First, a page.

Google’s Self-Driving Cars: Where Will They Take Us?
A Google car can pay attention to all of these things in a way that a human physically can’t—and it never gets tired or distracted!
By Judith Pfeffer - Filed May 30, 2014

My brother-in-law, the muscle-car maven, would call this tiny, rounded auto the ultimate "pregnant rollerskate."

Atlantic Magazine is calling it "adorable" and speculating on whether Google's motives for developing it are somehow nefarious.

Google, for its part, apparently views it as reinventing the wheel, a revolution on wheels – but one which doesn't actually involve what we now know as the steering wheel. Or the gas pedal. Or the brake. You get the idea. There's just an on switch and an off switch. Talk about simple-but-elegant design.

The overall implications of a future with primarily self-driving cars -- for technology, the economy, highway safety, day-to-day lifestyle and even ethics -- are enormous. And no one really knows what they will be, even if they claim to.

As far as technical specifications, the authority is Chris Urmson, a presenter at last year's annual RoboBusiness conference and former Carnegie Mellon University roboticist.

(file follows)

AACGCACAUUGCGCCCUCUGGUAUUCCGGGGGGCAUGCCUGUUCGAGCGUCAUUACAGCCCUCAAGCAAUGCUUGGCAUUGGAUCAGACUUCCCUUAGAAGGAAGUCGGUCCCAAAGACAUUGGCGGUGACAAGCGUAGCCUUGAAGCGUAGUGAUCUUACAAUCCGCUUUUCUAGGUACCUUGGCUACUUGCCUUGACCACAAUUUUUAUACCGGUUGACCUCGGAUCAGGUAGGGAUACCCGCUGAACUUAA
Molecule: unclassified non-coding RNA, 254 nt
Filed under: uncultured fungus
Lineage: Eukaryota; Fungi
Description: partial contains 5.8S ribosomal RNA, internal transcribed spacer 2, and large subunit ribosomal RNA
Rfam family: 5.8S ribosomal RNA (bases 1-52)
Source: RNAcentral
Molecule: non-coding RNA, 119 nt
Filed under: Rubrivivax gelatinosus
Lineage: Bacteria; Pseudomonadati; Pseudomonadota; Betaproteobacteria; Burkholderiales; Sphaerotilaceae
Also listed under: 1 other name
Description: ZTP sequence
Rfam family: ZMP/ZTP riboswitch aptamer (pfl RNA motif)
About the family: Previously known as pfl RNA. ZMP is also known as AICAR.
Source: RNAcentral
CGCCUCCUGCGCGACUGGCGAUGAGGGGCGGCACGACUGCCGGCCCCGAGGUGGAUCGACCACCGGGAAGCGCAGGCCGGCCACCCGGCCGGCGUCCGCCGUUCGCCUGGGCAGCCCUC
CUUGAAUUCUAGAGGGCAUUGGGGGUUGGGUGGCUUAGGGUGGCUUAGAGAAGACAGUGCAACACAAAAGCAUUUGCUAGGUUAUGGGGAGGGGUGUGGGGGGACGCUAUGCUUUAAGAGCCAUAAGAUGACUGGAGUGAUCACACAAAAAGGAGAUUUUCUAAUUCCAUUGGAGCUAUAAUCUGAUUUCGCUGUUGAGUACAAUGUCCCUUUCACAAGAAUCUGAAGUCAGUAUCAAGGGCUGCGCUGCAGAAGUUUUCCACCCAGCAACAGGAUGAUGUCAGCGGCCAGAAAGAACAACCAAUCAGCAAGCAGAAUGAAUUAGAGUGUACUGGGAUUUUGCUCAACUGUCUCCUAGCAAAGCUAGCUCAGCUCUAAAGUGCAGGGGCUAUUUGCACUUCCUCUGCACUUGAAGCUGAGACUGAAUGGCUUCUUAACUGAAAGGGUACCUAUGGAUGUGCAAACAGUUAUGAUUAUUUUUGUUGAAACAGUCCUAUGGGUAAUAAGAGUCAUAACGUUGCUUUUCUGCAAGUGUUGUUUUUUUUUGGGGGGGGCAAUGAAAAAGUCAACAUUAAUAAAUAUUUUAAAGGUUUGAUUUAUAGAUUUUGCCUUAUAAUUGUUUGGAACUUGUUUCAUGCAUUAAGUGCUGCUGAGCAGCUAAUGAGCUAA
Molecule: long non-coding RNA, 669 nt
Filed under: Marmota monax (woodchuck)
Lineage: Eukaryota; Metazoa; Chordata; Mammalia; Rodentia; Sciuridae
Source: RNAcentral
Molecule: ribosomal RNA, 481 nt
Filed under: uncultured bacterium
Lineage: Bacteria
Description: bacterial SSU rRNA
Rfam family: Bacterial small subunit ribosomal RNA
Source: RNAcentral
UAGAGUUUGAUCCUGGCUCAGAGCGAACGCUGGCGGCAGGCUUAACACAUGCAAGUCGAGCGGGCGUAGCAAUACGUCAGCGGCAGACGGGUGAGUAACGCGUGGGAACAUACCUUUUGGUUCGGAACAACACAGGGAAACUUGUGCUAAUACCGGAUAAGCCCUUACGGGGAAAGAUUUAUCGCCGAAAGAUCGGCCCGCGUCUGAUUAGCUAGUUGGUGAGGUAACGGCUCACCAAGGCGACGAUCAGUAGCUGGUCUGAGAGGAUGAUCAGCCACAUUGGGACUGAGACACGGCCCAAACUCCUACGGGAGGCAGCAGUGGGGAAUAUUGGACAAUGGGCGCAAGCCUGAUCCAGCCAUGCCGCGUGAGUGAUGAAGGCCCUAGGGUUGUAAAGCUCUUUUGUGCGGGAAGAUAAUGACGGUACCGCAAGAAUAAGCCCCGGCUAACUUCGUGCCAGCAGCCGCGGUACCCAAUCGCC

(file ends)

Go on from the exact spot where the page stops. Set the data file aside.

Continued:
Director of the Self-Driving-Car-Project at Google, he's hoping to have at least 100 of the cute little cars built and being tested later this year.

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These tiny cars are brand-new – until a few weeks ago, Google was retrofitting standard automobiles with its gadgetry -- but he's an old hand at this.

Urmson was technical director of the driverless-car team that won the 2007 annual challenge from DARPA, according to The Economist. His team's "main advantage over its rivals was that it had mapped the course in fine detail, something that his current employers are busy doing for the rest of the planet."

"A self-driving vehicle can pay attention to all of these things in a way that a human physically can't—and it never gets tired or distracted," he said in a blog post.

Urmson said the new cars already have been tested extensively on streets surrounding the company's headquarters in Mountain View, Calif.

"As it turns out, what looks chaotic and random on a city street to the human eye is actually fairly predictable to a computer."

The New York Times notes that the vehicles will have electronic sensors that can see about 600 feet in all directions. They will have rear-view mirrors only because these are required by California's vehicle code, Urmson said. The front of the car is of a foamlike material, its windshield likewise softer than normal.

To read the full story on Robotics Business Review, click here.

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